There is considerable buzz about Joe Konrath's recent post in which he told the bare truth about what the Big 6 are doing to traditionally published authors on royalties. After repeating a recent conversation with a NYT selling author he commented on the royalties:
The 25% the publisher is offering is actually based on net. So you're getting 17.5% of the list price. (Amazon gets 30%, they get 52.5%--which is obscene)
When your agent gets her cut, you're earning 14.9% of list price on ebooks.
Read the whole blog post. It is a must read for all authors, traditional or not. Joe does some great number crunching for a wordsmith. But let me repeat what I think is the salient bit of that comment.
It Is Obscene.
Let me revisit the thinking behind the DTB royalties. The 15% was originally devised so that after allowing for the substantial costs that publishers had in editing, cover art, promotion, blurb writers, shipping, storing, etc. that the profit would be split about evenly. The publisher got about half. The person who produced the thing--the author--also got about half.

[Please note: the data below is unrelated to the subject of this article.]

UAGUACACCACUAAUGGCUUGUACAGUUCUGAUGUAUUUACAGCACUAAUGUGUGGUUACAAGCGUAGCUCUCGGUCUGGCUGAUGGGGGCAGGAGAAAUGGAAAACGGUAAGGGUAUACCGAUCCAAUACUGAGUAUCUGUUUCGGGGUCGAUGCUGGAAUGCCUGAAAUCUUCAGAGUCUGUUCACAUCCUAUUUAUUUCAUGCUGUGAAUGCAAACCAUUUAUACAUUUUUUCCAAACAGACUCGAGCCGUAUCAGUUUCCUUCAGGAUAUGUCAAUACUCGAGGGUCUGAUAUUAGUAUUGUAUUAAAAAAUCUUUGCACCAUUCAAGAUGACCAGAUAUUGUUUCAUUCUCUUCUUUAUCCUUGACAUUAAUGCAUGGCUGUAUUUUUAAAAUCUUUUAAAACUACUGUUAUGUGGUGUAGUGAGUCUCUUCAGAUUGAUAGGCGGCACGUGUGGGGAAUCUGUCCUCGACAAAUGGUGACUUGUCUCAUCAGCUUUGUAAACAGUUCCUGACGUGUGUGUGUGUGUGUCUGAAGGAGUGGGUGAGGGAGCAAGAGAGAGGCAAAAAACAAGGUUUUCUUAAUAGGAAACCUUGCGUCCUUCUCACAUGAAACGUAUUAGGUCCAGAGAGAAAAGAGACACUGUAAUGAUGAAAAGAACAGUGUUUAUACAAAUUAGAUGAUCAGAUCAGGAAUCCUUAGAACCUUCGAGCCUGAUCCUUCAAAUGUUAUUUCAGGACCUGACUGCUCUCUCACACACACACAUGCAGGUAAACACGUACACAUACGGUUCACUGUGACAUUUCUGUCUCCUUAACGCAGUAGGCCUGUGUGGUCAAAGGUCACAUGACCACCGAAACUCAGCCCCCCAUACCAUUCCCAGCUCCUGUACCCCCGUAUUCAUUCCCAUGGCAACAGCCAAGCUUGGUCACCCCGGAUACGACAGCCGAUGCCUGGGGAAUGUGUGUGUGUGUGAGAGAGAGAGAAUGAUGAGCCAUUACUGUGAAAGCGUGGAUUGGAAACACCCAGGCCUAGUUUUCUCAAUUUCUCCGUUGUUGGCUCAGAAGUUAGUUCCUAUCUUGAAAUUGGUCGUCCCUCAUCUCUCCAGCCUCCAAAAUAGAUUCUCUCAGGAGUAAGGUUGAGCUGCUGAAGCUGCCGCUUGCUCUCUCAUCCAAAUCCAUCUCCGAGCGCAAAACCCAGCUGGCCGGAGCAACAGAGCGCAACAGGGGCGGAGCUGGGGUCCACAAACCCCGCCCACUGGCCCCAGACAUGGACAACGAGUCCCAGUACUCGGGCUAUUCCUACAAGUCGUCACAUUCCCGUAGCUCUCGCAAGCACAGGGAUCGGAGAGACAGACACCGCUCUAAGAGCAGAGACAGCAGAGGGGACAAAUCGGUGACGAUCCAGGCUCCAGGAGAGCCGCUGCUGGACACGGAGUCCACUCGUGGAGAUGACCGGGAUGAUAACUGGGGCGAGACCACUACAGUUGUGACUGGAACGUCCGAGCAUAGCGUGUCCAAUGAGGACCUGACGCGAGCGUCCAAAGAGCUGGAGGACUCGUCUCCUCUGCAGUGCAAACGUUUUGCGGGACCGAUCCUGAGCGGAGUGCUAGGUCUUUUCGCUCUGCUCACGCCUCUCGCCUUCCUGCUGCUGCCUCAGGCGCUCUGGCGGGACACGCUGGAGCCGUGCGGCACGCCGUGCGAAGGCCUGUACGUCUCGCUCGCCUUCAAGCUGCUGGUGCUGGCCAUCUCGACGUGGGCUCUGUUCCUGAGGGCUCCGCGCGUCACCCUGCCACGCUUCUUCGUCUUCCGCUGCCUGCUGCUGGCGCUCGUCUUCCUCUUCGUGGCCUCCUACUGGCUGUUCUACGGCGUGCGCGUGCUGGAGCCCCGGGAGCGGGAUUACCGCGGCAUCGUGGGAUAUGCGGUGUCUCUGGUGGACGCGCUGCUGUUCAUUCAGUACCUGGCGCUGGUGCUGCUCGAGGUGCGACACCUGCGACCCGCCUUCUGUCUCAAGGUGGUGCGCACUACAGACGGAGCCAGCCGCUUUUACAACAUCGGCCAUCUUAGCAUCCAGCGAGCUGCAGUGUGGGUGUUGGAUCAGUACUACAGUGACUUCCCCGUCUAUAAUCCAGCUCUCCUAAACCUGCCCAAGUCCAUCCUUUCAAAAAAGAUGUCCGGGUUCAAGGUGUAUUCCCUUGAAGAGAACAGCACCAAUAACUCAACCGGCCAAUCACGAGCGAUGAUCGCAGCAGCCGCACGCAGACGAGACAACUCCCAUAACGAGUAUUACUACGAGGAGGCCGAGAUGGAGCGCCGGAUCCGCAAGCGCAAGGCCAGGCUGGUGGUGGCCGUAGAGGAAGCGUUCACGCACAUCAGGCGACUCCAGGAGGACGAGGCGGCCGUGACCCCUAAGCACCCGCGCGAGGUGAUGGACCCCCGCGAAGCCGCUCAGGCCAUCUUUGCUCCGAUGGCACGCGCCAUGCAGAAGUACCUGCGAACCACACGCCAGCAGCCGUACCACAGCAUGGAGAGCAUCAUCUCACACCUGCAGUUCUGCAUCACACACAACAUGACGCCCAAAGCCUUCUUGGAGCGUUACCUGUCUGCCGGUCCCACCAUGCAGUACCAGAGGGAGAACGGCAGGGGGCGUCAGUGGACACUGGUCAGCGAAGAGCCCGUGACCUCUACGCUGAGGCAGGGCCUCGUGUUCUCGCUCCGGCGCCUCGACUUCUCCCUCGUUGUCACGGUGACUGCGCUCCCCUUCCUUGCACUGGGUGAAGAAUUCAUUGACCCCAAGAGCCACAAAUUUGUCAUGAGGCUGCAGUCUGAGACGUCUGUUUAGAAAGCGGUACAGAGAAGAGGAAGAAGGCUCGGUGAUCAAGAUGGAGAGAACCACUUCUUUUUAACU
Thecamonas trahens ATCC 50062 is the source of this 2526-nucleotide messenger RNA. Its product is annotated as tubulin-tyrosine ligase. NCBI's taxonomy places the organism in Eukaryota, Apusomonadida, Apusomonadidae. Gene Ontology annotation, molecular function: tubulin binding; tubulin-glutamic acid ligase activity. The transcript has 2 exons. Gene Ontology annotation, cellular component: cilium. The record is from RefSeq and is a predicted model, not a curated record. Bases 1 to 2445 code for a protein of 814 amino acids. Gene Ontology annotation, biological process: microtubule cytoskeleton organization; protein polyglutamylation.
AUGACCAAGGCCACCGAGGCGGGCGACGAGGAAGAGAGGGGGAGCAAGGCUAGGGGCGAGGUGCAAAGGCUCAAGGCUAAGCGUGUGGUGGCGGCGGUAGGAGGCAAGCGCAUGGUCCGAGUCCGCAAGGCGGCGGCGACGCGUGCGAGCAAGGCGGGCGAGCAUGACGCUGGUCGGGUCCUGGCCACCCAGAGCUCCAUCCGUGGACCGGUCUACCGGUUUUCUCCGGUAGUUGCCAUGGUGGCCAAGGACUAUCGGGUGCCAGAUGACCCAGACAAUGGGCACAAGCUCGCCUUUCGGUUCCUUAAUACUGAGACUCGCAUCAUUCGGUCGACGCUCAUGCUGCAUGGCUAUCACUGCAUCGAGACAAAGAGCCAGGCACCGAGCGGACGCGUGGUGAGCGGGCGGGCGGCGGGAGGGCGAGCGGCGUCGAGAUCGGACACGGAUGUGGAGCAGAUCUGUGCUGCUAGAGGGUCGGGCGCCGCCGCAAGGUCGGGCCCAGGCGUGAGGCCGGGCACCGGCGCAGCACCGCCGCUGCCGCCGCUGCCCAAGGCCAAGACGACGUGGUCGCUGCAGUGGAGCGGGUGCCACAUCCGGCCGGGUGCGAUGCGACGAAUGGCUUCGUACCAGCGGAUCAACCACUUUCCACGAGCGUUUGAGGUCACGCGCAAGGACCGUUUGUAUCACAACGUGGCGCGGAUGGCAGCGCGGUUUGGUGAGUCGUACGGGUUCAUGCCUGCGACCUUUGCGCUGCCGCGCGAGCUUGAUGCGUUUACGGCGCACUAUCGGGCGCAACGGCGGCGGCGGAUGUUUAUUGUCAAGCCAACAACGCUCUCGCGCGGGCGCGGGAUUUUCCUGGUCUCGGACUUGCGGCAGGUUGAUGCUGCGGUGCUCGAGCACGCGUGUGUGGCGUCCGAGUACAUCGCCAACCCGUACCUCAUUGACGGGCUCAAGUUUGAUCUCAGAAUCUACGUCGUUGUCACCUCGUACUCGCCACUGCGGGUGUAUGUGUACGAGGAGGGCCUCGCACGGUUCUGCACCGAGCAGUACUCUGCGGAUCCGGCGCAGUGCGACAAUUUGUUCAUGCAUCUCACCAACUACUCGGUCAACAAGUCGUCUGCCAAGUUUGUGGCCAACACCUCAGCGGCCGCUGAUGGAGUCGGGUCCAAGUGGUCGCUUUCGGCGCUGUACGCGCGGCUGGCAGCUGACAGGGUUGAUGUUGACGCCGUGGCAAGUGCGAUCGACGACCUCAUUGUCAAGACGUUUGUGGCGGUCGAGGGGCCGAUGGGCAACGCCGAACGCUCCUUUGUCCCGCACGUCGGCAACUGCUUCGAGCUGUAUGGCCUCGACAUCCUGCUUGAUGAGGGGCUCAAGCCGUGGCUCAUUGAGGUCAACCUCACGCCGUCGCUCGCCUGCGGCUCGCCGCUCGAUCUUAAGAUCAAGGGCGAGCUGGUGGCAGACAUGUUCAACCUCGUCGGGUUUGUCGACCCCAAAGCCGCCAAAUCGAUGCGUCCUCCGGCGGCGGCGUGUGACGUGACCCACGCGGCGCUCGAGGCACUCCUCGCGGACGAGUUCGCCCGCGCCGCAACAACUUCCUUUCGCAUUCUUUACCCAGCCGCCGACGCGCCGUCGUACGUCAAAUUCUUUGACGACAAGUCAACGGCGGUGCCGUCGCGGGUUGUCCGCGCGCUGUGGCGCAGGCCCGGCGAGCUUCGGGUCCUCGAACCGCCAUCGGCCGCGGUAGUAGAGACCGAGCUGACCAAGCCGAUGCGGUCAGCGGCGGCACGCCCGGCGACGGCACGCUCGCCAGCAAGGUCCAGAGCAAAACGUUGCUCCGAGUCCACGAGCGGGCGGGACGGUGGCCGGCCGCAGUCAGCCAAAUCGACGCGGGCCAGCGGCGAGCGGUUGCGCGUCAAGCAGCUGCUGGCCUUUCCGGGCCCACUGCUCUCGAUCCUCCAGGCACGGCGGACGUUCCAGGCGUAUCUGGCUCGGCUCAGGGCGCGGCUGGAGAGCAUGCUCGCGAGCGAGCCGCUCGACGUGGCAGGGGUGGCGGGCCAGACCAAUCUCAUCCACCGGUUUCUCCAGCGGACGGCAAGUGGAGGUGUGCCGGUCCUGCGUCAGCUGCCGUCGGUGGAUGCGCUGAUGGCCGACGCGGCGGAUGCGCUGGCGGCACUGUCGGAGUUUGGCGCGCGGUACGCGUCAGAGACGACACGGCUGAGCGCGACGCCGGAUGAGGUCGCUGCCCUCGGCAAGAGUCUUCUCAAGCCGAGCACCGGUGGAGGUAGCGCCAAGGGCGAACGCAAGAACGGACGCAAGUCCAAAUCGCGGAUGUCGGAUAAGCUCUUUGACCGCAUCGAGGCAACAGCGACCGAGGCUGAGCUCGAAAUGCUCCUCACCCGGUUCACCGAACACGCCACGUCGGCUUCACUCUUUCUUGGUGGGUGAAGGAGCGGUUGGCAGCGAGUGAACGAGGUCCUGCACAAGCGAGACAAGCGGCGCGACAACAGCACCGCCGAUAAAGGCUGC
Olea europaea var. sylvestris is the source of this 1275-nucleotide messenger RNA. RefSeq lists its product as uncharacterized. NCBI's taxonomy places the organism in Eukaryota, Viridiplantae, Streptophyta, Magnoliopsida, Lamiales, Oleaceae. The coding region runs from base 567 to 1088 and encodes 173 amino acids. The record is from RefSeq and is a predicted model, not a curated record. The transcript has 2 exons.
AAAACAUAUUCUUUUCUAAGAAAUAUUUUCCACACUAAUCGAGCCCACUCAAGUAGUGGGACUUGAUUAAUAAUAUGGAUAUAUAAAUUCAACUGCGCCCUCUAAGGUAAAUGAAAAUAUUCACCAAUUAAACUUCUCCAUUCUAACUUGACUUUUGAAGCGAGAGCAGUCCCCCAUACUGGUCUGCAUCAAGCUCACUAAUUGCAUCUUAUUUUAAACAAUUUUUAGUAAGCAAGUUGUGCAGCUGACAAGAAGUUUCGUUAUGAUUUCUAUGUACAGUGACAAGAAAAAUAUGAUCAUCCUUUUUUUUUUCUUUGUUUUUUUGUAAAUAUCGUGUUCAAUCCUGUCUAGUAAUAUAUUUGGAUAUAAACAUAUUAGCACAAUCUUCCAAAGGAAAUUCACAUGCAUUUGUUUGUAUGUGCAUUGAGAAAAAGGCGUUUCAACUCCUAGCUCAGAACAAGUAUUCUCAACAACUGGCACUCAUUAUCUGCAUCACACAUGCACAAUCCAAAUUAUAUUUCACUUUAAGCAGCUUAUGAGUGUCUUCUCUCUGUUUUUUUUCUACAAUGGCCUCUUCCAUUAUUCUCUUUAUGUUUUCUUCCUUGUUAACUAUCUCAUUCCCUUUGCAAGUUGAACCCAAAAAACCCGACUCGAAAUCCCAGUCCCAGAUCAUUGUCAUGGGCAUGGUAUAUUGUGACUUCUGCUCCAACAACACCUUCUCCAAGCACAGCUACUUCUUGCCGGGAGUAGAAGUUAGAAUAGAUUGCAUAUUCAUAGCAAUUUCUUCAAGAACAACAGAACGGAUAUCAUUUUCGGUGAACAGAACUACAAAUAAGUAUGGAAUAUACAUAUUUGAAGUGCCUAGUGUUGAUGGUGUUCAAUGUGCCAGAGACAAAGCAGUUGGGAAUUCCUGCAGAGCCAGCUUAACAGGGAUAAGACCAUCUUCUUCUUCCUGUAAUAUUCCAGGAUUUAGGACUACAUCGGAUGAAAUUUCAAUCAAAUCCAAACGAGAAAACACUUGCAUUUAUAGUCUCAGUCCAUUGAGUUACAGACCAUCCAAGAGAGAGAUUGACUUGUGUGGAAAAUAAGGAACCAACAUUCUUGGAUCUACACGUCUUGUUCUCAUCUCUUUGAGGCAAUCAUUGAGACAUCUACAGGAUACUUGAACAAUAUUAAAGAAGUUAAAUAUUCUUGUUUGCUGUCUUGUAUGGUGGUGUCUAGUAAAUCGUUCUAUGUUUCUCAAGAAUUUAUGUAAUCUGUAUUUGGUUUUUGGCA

Under the Big 6 eBook set up the big hog at the trough, the publisher, gets almost all and the one who produced it--the author--gets a pittance.
Do we have a serious problem here? Let me answer my opinion on that. Yes.
My question, frankly, is why are so many authors putting up with it?
The times, my friend, they are a-changing. I suggest that we change with them.